Gubernatorial Race 2014
6:30 am
Mon December 10, 2012

Charlie Crist's Measured Journey From Republican Via Independent To Democrat

It's official, folks. Former Republican Florida Governor Charlie Crist is now a Democrat.

THE HUG: Crist embraced President Obama and began his two-year party transition.

He let us all in on the news via Twitter this weekend.

His Twitter message read: "Proud and honored to join the Democratic Party in the home of President @BarackObama!"

For many of us, this isn't a complete surprise.

Crist first left the GOP in 2010 during a tough fight for a U.S. Senate seat against Sen. Marco Rubio. Rubio had the support of right flank of the party, while the considerably more moderate Crist was losing ground in the polls.

Crist earned much of the GOP's ire when he attended an event with President Obama and supported his economic stimulus plans. Photos from that event of Crist hugging the president lost him a large swath of the Republican Party and eventually catapulted Rubio into his current seat.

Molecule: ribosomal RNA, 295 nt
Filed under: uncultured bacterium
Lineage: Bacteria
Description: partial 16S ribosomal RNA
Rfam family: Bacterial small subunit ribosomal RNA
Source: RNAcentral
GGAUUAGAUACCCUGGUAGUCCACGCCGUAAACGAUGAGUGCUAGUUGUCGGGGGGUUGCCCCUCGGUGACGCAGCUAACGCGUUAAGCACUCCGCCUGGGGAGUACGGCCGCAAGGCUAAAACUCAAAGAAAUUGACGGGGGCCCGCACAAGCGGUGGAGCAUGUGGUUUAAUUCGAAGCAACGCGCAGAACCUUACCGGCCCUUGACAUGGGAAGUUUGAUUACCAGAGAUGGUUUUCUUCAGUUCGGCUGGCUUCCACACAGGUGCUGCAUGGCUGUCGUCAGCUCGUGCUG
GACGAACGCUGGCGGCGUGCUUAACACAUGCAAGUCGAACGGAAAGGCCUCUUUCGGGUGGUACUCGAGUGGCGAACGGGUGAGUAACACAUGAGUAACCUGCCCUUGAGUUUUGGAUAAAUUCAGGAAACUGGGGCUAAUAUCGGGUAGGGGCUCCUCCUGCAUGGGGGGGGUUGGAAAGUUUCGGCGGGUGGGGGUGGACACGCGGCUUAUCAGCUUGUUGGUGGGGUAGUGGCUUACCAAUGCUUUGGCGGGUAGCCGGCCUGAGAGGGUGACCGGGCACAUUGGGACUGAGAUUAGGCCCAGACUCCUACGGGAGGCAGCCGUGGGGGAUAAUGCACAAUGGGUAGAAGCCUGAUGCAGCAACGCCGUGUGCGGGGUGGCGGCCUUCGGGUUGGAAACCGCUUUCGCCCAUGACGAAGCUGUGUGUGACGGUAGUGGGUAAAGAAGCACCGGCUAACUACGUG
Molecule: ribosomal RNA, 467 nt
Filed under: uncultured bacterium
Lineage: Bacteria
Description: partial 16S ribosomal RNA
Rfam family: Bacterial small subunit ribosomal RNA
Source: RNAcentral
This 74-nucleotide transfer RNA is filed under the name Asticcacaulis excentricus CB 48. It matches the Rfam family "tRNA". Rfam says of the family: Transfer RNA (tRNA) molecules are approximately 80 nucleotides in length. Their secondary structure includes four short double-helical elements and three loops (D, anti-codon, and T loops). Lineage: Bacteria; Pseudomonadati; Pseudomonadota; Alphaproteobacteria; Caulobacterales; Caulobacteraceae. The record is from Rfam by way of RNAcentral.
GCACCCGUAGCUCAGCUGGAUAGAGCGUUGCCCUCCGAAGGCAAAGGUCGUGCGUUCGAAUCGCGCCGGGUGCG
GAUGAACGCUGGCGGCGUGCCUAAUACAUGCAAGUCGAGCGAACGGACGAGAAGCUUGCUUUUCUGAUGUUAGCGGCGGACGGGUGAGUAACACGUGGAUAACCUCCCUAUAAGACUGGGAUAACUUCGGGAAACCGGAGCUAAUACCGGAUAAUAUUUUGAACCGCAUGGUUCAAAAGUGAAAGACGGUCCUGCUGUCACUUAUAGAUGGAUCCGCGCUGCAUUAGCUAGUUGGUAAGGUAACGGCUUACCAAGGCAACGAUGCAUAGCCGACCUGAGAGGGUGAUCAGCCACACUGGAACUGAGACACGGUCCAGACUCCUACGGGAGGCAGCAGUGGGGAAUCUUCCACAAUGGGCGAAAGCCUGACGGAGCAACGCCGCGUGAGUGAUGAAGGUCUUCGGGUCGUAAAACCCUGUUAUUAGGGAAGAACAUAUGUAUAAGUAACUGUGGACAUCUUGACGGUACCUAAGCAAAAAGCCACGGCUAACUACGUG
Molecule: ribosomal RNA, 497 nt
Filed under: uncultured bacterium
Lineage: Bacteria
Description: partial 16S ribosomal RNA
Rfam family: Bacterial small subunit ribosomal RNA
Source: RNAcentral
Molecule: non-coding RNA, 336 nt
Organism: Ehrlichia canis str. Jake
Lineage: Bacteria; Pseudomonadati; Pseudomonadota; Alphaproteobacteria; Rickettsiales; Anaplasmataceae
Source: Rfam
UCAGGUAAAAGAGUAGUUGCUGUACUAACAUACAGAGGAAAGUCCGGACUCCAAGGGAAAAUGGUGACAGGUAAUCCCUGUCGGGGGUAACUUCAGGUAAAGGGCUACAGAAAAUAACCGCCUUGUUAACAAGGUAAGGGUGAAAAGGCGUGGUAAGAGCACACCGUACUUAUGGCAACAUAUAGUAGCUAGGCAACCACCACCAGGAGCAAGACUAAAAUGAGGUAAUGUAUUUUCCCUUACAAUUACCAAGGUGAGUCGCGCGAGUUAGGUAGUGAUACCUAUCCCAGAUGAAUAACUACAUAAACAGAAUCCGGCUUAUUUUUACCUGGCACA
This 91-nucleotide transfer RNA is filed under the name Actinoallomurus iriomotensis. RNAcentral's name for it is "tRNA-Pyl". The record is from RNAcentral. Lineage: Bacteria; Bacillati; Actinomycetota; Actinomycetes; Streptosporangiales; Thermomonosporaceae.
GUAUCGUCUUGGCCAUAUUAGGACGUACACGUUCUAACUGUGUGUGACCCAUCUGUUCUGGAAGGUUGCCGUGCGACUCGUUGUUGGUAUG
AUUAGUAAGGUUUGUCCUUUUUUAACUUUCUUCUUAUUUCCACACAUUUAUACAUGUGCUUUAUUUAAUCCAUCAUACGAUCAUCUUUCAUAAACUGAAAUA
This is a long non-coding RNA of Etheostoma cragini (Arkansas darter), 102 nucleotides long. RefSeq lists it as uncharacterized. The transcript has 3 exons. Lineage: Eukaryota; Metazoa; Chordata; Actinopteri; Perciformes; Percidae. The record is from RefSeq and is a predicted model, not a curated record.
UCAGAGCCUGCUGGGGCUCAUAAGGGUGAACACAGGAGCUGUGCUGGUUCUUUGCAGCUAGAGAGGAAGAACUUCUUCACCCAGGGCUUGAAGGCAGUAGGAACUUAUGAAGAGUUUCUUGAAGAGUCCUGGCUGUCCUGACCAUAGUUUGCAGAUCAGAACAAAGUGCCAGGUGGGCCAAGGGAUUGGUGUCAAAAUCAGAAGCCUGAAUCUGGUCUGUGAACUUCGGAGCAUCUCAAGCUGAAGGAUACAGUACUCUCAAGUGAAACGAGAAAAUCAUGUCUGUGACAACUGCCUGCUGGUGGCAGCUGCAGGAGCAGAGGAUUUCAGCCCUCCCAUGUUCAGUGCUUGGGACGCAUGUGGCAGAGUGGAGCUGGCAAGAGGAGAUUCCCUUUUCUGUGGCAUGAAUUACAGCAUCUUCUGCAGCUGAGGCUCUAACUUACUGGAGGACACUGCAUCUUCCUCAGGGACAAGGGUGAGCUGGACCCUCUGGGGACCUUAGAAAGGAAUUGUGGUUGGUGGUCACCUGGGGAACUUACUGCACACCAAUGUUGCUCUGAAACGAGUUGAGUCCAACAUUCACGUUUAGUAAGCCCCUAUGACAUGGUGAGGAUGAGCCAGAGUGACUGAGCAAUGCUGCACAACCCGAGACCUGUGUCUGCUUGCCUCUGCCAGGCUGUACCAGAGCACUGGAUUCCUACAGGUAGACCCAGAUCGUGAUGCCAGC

Crist became an independent mostly because he knew winning back the increasingly conservative GOP was not in the cards.

Since then, Crist has continued to support the president. He even spoke at this year's Democratic National Convention and has defended voting rights in Florida, along with mostly Democratic-leaning groups.

So, it comes with little surprise that Crist has become a full-on Democrat.

There has been speculation that Crist would switch parties in order to run for governor in 2014 against Gov. Rick Scott, whose approval ratings have been pretty bad.

However, as the Associated Press reports, this doesn't mean Crist is a sure-thing for the Democratic nomination.

According to the AP,

It is unlikely that Mr. Crist would get a clear path to the Democratic nomination. Nan Rich, a former state senator, has already jumped into the Democratic race, and Alex Sink, the state’s former chief financial officer, could run as well. Ms. Sink barely lost the 2010 governor’s race to Mr. Scott.

Some Democrats are wary of Mr. Crist. The Florida Democratic Party chairman, Rod Smith, has joked that just because someone joins the congregation, “you don’t make them the preacher.”

Steve Schale, a Democratic political consultant who worked on Mr. Obama’s Florida campaign, called Mr. Crist a “viable Democrat.”

“He earned his stripes when he supported the president,” Mr. Schale said.

However, Crist's name recognition and past ability to raise money could put him out in front of almost any other Democrat looking to oust Scott. So, in other words, we'll see how this pans out.

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